By Braham Norwick
The Bulletin of the Needle and Bobbin Club, Vol. 63:1 and 2 (1980)
Introduction: For at least two hundred years, serious scholars in the textile field have insisted upon the relative novelty of knitting in Western Europe. Back in the 18th century, a supposed anachronism in the poem Tragedy of Ella was immediately denounced when Thomas Chatterton published it. He had claimed to have copied it from a manuscript of the mid 15th century, originally written by the monk Thomas Rowley. The lines at issue were:
She sayde as her whyte hondes whyte hosen was knyttinge, Whatte pleasure ytt ys to be married!
Subsequent research has found a slightly earlier reference, dating between 1452 and 1456, to “one knytt gyrdll.” This is in a recorded will kept at the church of St Peter and St Wilfred in Ripon. So the “whyte hosen” and “knyttnge” were not anachronisms and the scholars of the late 18th century were wrong.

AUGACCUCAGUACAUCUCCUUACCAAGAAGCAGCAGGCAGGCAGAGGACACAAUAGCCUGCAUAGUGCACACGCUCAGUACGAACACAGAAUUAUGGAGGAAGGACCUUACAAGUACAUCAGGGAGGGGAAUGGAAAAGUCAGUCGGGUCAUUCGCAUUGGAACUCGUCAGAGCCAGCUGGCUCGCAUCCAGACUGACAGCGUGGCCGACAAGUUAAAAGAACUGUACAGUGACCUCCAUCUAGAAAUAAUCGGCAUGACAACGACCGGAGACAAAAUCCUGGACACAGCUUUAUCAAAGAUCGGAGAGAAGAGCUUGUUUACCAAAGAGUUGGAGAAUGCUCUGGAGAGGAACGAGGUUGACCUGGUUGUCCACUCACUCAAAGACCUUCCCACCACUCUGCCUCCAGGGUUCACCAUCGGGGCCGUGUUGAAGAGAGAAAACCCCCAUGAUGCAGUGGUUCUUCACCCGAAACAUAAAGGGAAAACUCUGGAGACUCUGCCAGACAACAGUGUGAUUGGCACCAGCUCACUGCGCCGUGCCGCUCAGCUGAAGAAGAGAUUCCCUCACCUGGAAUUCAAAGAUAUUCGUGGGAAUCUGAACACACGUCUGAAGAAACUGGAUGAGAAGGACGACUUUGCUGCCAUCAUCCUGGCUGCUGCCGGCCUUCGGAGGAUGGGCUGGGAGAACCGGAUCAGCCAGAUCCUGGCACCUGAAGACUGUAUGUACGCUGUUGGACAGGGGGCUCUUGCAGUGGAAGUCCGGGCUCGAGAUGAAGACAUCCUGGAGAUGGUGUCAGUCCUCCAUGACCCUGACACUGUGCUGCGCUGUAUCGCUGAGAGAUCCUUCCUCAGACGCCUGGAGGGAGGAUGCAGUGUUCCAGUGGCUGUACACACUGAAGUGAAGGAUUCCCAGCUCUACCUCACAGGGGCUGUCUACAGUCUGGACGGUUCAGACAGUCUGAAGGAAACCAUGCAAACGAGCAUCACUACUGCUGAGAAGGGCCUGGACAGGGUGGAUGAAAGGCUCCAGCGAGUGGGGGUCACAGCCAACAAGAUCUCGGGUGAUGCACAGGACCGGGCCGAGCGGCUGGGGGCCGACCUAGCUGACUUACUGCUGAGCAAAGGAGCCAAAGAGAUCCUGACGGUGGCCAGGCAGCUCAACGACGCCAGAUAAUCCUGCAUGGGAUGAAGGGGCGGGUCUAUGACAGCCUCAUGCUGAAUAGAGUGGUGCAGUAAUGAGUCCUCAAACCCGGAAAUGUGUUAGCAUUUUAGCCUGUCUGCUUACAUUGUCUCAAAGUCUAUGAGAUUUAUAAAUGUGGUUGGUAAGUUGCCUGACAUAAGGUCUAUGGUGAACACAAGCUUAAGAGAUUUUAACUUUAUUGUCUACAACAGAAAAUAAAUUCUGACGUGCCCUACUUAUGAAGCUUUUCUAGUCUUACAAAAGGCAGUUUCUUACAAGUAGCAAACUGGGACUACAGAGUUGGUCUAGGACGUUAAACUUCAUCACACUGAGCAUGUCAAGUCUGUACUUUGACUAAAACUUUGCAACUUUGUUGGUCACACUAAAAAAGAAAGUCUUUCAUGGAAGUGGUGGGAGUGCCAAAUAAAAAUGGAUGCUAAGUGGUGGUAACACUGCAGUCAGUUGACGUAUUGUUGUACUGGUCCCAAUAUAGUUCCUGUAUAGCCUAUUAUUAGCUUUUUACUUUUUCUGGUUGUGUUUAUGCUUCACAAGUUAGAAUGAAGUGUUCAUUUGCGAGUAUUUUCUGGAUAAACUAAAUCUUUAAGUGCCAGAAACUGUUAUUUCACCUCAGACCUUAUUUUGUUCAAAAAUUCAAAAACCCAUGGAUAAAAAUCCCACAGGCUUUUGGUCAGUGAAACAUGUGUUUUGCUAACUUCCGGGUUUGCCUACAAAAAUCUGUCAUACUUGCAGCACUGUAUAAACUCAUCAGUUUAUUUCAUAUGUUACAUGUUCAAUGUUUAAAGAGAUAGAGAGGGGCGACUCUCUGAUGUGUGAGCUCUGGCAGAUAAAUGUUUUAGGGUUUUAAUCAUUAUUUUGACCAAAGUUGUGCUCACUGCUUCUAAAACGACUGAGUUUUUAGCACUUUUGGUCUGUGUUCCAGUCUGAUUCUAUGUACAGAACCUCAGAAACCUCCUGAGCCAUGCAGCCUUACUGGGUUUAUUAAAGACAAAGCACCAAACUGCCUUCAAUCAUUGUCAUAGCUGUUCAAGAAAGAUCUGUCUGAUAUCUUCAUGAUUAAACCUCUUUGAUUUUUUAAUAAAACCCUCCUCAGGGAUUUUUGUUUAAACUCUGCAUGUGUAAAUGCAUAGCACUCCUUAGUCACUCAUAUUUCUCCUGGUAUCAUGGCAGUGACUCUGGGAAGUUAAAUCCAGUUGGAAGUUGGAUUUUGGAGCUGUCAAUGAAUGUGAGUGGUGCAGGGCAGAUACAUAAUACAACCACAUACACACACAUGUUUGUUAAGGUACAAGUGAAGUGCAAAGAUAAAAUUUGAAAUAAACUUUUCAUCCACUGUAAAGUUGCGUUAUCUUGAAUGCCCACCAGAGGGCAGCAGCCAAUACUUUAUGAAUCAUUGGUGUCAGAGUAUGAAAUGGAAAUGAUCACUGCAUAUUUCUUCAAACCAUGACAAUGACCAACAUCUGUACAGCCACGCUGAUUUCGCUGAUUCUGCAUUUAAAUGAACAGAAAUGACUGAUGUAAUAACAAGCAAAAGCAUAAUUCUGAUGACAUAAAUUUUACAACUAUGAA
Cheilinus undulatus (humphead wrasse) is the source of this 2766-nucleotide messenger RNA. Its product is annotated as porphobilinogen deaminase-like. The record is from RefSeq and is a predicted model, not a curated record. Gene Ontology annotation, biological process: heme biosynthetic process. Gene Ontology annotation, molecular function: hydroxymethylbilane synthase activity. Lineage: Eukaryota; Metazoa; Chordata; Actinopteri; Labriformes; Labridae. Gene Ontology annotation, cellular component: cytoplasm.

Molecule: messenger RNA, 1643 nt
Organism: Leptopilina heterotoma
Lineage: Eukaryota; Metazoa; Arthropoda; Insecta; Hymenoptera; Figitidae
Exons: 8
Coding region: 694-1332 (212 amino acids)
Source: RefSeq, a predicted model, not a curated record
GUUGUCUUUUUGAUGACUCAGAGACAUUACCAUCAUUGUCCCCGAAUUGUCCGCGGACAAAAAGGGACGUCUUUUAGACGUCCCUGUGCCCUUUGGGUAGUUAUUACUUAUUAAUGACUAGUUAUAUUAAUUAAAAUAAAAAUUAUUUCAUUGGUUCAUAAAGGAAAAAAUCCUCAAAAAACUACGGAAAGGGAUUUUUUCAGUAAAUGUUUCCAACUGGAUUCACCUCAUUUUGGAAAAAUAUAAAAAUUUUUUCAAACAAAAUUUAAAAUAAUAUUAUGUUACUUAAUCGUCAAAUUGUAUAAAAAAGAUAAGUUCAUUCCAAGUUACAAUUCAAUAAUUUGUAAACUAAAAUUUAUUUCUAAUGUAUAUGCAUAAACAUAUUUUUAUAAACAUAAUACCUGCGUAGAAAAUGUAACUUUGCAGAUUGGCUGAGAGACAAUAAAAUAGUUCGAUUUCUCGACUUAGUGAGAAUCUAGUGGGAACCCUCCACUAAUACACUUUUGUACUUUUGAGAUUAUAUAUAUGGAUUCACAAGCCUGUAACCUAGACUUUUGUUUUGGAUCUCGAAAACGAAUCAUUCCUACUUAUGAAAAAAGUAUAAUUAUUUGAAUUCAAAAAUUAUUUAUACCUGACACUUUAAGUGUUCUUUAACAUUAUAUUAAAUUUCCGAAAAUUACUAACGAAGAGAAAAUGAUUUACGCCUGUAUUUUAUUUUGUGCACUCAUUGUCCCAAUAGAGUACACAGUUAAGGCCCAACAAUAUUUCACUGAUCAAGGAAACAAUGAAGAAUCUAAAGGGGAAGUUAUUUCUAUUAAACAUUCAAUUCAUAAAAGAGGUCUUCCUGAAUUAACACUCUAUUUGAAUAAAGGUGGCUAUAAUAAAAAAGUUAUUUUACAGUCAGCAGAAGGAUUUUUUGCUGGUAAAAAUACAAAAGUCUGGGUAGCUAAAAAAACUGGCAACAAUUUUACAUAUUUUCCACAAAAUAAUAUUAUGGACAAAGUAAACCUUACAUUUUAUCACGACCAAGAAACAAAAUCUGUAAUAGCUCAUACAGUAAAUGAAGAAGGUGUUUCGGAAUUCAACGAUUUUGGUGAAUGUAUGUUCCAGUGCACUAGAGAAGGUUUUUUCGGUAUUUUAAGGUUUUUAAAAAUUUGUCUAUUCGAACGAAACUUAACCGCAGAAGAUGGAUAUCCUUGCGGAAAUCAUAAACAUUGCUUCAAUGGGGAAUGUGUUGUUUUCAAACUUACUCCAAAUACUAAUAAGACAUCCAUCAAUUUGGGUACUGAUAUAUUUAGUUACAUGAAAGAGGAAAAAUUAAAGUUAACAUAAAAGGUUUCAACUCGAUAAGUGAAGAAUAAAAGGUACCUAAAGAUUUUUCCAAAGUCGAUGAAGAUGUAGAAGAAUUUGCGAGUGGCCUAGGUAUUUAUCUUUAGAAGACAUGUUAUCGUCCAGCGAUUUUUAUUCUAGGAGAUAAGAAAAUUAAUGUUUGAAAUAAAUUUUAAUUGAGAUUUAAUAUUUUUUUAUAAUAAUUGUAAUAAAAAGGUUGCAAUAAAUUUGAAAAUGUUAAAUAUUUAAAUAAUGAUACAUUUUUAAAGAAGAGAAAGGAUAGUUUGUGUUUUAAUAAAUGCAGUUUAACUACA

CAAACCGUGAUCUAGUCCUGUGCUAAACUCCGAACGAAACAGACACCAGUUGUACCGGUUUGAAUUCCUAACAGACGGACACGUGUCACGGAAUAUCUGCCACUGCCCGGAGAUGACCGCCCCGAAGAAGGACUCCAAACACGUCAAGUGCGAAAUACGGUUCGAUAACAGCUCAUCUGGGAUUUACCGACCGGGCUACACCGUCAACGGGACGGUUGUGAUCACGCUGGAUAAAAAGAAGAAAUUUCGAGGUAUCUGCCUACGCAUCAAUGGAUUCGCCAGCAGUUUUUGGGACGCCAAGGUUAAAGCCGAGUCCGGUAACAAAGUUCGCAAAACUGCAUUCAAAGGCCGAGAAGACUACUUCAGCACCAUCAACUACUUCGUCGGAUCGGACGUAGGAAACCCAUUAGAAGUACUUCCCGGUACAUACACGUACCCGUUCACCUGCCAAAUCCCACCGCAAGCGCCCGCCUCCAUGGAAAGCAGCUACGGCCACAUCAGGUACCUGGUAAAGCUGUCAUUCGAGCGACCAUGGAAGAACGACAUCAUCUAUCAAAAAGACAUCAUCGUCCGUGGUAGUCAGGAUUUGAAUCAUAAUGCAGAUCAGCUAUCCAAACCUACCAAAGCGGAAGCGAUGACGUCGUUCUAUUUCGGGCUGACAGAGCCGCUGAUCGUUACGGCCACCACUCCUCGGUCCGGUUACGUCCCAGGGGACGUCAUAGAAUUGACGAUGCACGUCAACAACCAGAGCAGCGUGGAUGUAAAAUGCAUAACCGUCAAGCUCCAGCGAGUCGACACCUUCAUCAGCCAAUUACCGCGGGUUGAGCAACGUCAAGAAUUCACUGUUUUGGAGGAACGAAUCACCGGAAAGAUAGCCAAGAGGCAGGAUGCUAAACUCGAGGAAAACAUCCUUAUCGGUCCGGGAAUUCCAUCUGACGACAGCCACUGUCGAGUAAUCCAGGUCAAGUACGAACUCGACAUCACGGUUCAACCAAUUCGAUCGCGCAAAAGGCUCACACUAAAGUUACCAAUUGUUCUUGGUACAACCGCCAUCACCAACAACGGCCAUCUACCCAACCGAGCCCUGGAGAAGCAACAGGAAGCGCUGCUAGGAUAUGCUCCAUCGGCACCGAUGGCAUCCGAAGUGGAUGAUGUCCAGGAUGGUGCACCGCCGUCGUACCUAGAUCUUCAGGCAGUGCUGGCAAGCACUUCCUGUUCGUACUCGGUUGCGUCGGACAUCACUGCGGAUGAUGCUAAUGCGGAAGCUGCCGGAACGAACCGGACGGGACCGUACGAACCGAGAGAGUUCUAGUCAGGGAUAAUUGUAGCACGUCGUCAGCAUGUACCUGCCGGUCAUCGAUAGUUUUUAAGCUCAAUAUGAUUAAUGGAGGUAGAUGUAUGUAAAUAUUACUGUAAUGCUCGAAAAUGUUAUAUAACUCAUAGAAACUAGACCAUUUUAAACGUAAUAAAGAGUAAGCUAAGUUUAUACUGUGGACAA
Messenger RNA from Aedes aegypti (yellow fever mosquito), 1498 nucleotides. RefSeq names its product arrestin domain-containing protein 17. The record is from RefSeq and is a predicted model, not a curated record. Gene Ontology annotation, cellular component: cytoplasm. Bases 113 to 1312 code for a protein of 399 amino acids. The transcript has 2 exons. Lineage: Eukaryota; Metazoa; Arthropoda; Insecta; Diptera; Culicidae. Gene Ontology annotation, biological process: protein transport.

But that does not push knitting origins back much further than previously admitted. There are other indications of early knitting which, for a similar length of time, have also been scorned by textile scholars. These involve literary translations from the ancients, like Pliny and Ovid.
Pliny’s monumental work was translated and published by Louis Poinsinet de Sivry between 1771 aand 1781. In book VIII are expressions like “scutulato textu” and “scutulis dividere,” which the French writer translates as knit fabrics, ’tissus a mailes’ and even goes further, writing “les etoffes à maillessont une invention des gaules,” that knitted fabrics had been invented by the early French.